Ms Carty gave evidence that she had only sought "ID" from Mr Baziz when she called as it was a standard requirement before approving a Rent Allowance supplement. She said that a passport was acceptable as ID in such circumstances and that it was not normal practice to raise further questions after being shown a passport. Ms Carty accepted, however, that she may have asked him how he had obtained citizenship but said that she did not specifically ask to see his marriage certificate although she says she recalls that Mr Baziz did show her his marriage certificate on the day.
Ms Carty said that she did not think that Mr Baziz was upset on the day of her visit although she did feel that he was somewhat "defensive" in dealing with her. Ms Carty insisted that Mr Baziz was not less favourably treated than other applicants and pointed to the fact that she approved his application for a Rent Supplement later that same day.
In my opinion, there are two incidents here that require consideration in order to decide whether there was any discriminatory element to Ms Carty's actions. The first is where Ms Carty amended the nationality on Mr Baziz's application form and the second is where he was asked for ID in his apartment.
In the first instance, while Ms Carty may have been somewhat presumptuous in altering the nationality on the form, I am prepared to accept, on the balance of probability, that she did so for statistical purposes rather than for a racially motivated reason.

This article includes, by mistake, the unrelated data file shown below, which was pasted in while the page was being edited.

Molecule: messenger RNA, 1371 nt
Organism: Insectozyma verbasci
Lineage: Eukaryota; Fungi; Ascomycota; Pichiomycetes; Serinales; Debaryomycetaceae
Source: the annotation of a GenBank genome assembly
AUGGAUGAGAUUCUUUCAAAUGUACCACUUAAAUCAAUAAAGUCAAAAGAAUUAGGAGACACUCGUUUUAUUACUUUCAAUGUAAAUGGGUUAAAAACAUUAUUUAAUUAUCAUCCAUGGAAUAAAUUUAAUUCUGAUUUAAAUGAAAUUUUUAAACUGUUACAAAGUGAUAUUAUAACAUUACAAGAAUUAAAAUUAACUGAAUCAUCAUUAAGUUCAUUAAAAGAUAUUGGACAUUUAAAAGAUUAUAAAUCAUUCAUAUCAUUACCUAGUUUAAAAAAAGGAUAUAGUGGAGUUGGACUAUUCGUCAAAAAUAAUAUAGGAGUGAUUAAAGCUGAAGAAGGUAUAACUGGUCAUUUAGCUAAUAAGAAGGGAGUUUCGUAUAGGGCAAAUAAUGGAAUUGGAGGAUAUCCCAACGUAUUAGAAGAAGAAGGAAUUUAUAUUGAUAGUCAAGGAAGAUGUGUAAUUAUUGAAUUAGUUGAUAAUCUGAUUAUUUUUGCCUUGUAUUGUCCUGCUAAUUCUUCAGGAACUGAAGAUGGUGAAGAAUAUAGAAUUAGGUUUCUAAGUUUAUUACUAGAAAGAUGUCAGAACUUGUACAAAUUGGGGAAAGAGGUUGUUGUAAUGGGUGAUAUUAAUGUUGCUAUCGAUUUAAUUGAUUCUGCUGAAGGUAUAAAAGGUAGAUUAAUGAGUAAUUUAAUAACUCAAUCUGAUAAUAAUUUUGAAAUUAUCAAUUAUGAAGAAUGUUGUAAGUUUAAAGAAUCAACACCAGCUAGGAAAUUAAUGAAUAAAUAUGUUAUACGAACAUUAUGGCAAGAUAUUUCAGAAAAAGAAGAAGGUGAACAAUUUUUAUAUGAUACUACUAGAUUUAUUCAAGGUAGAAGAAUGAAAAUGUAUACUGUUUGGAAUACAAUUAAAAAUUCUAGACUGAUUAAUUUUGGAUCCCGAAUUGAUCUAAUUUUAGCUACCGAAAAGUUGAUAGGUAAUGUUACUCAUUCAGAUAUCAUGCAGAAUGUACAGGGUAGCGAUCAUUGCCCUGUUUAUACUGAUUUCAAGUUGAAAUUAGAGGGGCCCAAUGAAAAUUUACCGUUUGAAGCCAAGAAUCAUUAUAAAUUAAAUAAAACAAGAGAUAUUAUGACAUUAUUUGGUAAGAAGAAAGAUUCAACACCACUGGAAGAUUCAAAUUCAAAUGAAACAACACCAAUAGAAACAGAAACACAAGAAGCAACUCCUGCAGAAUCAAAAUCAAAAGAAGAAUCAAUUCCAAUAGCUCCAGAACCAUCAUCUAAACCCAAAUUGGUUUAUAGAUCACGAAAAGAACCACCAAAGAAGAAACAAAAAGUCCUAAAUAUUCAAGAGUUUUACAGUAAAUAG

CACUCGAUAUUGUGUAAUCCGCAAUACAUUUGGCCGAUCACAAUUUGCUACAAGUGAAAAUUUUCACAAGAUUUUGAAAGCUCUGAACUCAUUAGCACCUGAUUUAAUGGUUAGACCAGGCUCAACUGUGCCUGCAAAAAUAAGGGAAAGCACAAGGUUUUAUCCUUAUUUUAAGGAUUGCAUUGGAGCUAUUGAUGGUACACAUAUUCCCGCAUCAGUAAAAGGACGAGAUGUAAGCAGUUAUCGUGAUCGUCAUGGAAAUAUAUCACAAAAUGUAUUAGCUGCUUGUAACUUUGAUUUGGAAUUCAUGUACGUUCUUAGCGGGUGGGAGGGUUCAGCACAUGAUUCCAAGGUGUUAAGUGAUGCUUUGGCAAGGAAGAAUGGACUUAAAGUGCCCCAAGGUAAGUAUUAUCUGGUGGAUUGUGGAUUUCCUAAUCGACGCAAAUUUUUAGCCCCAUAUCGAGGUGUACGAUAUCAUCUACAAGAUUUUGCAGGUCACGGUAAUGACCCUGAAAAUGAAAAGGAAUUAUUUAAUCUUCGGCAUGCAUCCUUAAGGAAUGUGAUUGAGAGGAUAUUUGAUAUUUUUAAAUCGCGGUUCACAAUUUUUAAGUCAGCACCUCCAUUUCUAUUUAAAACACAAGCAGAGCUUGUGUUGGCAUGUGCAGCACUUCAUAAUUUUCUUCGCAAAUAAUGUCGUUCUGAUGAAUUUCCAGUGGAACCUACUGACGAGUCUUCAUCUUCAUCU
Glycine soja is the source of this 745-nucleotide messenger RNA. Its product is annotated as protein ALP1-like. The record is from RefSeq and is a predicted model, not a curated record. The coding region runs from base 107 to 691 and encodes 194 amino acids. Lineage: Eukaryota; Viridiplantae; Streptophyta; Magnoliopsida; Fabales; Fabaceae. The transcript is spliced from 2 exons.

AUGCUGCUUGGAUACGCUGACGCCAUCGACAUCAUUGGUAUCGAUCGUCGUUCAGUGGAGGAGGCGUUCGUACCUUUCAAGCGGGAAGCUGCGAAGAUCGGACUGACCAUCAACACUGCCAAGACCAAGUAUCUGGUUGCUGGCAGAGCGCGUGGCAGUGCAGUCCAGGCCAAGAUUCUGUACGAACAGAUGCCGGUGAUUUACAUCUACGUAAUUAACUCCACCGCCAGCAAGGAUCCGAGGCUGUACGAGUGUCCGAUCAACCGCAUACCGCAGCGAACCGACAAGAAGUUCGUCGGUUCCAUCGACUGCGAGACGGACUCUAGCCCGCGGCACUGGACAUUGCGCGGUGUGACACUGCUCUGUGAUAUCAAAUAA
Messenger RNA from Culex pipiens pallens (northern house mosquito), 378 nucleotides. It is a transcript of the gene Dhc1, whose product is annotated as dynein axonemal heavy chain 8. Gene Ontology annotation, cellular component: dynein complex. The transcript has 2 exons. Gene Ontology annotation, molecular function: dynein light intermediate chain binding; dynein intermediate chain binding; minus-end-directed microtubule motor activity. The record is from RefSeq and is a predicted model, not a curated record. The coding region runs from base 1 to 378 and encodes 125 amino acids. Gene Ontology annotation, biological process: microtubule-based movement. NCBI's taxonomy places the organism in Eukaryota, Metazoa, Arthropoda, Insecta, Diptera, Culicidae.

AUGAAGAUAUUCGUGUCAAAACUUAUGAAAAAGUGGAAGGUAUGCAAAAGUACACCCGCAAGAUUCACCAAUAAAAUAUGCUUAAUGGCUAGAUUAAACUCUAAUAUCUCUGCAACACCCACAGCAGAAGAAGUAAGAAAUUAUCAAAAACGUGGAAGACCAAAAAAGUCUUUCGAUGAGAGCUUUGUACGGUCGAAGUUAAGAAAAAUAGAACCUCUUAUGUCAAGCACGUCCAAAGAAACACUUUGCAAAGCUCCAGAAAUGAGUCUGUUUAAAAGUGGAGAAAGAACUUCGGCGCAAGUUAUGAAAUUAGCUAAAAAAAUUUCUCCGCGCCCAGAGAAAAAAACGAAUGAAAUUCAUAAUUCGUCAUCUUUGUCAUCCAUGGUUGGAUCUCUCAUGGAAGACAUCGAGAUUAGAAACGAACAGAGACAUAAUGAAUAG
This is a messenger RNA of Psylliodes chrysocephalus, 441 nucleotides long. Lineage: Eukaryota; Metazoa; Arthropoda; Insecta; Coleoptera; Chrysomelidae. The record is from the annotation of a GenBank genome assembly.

I find it more difficult to accept, however, that there was no racial motivation involved in Ms Carty's dealings with Mr Baziz in his apartment. Ms Carty herself has said that it was normal practice to accept a passport as ID and not to raise further questions. However, in this instance, Ms Carty accepts that she may have asked Mr Baziz how he obtained Irish citizenship and the evidence before me suggests that she did in fact do so as she herself admits that Mr Baziz did show her his marriage certificate on the day.
Having considered the above, I have formed the opinion, on the balance of probability, that Ms Carty did ask Mr Baziz about his citizenship when she visited his apartment. I also consider that, in doing so, Ms Carty did treat Mr Baziz less favourably because of his race on the day in question and that her actions constituted discrimination on the race ground contrary to the provisions of the Equal Status Acts 2000 - 2004.
I find that a prima facie case has been established on the race ground in terms of sections 3(1) and 3(2)(h) of the Equal Status Acts 2000 - 2004 and that the respondents have failed to rebut the allegation.
In considering the level of redress to award in this instance, I am mindful of the fact that Ms Carty had a very heavy workload at the time which may have distracted her from her obligations under equality legislation. I am also cognizant of the fact that there was no delay in approving Mr Baziz's application and that payment was made promptly.
For the above reasons, I do not consider that a heavy penalty is warranted and order that the Health Service Executive pay the complainant the sum of €200 for the hurt and humiliation experienced.
14 May 2007